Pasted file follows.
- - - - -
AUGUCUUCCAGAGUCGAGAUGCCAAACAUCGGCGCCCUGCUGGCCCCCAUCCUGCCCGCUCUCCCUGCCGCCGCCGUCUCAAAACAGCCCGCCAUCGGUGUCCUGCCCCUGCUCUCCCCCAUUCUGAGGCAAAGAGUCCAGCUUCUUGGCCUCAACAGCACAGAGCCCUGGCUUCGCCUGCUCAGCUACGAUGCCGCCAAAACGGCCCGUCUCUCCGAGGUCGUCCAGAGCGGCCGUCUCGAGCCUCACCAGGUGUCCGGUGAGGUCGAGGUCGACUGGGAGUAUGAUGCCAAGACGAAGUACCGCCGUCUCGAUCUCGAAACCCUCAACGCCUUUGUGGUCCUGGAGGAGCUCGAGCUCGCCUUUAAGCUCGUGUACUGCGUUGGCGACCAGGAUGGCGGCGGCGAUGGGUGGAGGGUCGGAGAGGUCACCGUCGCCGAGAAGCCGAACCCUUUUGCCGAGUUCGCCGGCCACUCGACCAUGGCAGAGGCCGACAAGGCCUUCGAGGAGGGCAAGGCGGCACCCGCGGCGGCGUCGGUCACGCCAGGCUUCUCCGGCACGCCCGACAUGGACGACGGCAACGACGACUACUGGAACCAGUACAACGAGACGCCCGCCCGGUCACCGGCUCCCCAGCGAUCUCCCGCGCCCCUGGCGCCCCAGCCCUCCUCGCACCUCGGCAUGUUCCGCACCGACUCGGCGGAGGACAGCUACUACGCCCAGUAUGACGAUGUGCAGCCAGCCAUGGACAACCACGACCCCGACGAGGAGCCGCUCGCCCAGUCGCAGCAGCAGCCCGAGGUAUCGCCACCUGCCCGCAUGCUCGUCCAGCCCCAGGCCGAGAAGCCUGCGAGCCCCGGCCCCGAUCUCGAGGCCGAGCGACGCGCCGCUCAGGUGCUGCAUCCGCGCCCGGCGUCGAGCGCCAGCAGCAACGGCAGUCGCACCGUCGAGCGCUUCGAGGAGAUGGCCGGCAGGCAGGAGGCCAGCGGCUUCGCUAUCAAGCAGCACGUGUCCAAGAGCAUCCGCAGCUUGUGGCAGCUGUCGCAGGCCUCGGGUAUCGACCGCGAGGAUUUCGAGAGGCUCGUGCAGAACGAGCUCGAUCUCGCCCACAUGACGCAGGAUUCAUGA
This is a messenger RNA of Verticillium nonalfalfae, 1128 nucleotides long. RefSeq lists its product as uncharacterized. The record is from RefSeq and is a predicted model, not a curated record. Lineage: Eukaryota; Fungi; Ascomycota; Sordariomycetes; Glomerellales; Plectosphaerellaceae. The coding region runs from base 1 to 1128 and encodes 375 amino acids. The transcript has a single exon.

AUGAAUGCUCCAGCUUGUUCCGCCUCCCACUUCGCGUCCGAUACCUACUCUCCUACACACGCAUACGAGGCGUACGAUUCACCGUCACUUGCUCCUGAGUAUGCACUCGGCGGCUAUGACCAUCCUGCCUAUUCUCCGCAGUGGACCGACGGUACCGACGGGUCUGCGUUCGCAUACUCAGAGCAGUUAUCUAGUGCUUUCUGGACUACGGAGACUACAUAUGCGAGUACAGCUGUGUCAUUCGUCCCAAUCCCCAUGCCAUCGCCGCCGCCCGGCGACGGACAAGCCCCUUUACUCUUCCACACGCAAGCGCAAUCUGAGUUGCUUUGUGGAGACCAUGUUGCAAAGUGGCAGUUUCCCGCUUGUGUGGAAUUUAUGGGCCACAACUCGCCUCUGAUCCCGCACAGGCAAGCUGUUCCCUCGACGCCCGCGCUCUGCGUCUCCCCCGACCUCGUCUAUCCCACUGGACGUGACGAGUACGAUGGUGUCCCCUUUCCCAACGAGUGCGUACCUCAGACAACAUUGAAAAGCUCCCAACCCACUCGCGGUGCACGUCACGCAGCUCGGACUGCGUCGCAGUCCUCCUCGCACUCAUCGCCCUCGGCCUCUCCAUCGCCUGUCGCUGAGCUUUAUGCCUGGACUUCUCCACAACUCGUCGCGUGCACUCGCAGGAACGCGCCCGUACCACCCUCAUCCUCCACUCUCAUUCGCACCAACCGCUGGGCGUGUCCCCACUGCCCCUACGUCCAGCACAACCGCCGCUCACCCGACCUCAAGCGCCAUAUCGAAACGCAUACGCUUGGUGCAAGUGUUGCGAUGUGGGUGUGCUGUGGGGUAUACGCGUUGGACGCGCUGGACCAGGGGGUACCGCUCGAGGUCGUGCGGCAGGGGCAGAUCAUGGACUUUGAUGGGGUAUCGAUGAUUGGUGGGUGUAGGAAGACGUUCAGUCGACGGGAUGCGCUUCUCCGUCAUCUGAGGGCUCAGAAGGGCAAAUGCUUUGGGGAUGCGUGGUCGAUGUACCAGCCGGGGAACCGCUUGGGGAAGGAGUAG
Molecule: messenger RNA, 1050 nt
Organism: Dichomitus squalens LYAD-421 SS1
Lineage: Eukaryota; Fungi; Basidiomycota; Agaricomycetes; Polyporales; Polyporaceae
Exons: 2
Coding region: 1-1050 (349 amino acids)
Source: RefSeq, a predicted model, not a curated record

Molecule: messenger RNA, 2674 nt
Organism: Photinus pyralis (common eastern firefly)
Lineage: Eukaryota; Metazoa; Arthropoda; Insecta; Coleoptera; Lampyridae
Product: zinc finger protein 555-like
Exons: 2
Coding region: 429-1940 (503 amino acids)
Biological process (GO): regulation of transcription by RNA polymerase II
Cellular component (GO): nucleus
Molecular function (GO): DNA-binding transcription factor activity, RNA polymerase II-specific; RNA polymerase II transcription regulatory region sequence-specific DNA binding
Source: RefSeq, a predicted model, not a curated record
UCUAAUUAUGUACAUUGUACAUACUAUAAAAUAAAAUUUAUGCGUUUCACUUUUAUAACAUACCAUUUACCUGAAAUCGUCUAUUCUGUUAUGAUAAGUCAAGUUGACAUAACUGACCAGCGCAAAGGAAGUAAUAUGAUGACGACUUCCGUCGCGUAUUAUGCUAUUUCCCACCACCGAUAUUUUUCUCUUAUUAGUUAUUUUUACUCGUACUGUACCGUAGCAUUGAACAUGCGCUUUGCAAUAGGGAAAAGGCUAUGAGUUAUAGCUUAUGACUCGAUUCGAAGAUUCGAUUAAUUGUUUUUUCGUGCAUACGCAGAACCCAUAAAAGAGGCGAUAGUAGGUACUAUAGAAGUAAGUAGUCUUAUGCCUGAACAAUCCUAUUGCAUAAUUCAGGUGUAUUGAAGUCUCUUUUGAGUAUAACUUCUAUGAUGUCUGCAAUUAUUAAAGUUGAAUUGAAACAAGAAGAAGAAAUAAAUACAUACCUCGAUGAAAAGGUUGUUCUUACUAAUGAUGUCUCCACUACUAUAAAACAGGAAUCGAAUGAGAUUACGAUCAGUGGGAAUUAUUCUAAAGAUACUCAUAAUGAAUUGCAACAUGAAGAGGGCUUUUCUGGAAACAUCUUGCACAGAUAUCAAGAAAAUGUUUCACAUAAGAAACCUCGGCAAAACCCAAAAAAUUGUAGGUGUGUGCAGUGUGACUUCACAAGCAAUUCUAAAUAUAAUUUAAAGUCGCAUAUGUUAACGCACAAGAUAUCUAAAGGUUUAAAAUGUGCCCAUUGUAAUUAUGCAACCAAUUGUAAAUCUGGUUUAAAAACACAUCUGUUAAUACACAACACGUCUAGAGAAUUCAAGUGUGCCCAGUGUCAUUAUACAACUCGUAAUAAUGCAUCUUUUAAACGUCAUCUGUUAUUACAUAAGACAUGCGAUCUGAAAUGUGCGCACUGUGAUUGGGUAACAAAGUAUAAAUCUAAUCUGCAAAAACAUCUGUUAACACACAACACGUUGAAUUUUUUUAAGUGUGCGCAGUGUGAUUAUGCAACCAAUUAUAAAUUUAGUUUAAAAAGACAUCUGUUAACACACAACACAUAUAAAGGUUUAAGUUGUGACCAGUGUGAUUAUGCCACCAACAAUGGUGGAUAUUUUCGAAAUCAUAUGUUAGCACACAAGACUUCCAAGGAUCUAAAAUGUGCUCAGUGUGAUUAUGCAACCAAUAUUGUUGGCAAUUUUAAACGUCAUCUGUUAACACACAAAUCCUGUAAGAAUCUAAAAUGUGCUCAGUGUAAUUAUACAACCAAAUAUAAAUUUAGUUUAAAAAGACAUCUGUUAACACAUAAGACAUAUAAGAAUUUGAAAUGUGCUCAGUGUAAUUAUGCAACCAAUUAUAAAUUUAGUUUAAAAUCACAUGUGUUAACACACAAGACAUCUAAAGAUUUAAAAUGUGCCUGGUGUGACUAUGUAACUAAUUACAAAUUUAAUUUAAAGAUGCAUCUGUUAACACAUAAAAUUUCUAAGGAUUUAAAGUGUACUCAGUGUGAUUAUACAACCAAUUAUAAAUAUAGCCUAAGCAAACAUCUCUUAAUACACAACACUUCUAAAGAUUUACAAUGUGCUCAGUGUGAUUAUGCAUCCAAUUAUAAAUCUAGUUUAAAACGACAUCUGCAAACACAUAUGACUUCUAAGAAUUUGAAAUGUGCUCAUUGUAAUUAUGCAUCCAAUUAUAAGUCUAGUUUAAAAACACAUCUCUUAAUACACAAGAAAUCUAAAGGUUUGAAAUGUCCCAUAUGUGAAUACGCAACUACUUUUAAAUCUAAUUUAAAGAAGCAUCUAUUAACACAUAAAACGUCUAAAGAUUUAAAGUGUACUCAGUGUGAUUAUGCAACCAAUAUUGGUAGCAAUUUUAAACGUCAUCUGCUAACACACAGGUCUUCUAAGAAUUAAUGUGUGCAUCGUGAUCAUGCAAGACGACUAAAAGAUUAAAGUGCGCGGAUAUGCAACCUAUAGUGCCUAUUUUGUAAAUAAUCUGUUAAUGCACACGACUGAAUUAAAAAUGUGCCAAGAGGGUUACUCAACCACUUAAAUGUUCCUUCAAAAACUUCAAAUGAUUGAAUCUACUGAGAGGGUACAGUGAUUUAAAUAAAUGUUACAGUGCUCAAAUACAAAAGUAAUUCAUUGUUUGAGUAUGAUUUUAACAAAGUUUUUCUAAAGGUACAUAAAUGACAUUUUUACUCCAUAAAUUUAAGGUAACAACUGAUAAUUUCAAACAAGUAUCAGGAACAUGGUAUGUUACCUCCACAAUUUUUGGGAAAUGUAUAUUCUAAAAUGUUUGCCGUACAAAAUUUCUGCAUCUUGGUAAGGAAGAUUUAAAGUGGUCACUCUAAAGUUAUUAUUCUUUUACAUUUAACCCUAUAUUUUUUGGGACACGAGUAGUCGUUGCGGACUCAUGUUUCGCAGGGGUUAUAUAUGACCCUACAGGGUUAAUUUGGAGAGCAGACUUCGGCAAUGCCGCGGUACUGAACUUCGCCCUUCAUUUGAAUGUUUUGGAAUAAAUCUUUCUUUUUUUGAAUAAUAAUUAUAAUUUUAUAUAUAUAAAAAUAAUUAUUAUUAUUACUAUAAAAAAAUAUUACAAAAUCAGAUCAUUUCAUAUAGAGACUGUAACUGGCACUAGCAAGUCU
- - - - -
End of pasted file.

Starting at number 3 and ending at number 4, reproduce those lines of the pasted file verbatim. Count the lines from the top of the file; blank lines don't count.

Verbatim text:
AUGAAUGCUCCAGCUUGUUCCGCCUCCCACUUCGCGUCCGAUACCUACUCUCCUACACACGCAUACGAGGCGUACGAUUCACCGUCACUUGCUCCUGAGUAUGCACUCGGCGGCUAUGACCAUCCUGCCUAUUCUCCGCAGUGGACCGACGGUACCGACGGGUCUGCGUUCGCAUACUCAGAGCAGUUAUCUAGUGCUUUCUGGACUACGGAGACUACAUAUGCGAGUACAGCUGUGUCAUUCGUCCCAAUCCCCAUGCCAUCGCCGCCGCCCGGCGACGGACAAGCCCCUUUACUCUUCCACACGCAAGCGCAAUCUGAGUUGCUUUGUGGAGACCAUGUUGCAAAGUGGCAGUUUCCCGCUUGUGUGGAAUUUAUGGGCCACAACUCGCCUCUGAUCCCGCACAGGCAAGCUGUUCCCUCGACGCCCGCGCUCUGCGUCUCCCCCGACCUCGUCUAUCCCACUGGACGUGACGAGUACGAUGGUGUCCCCUUUCCCAACGAGUGCGUACCUCAGACAACAUUGAAAAGCUCCCAACCCACUCGCGGUGCACGUCACGCAGCUCGGACUGCGUCGCAGUCCUCCUCGCACUCAUCGCCCUCGGCCUCUCCAUCGCCUGUCGCUGAGCUUUAUGCCUGGACUUCUCCACAACUCGUCGCGUGCACUCGCAGGAACGCGCCCGUACCACCCUCAUCCUCCACUCUCAUUCGCACCAACCGCUGGGCGUGUCCCCACUGCCCCUACGUCCAGCACAACCGCCGCUCACCCGACCUCAAGCGCCAUAUCGAAACGCAUACGCUUGGUGCAAGUGUUGCGAUGUGGGUGUGCUGUGGGGUAUACGCGUUGGACGCGCUGGACCAGGGGGUACCGCUCGAGGUCGUGCGGCAGGGGCAGAUCAUGGACUUUGAUGGGGUAUCGAUGAUUGGUGGGUGUAGGAAGACGUUCAGUCGACGGGAUGCGCUUCUCCGUCAUCUGAGGGCUCAGAAGGGCAAAUGCUUUGGGGAUGCGUGGUCGAUGUACCAGCCGGGGAACCGCUUGGGGAAGGAGUAG
Molecule: messenger RNA, 1050 nt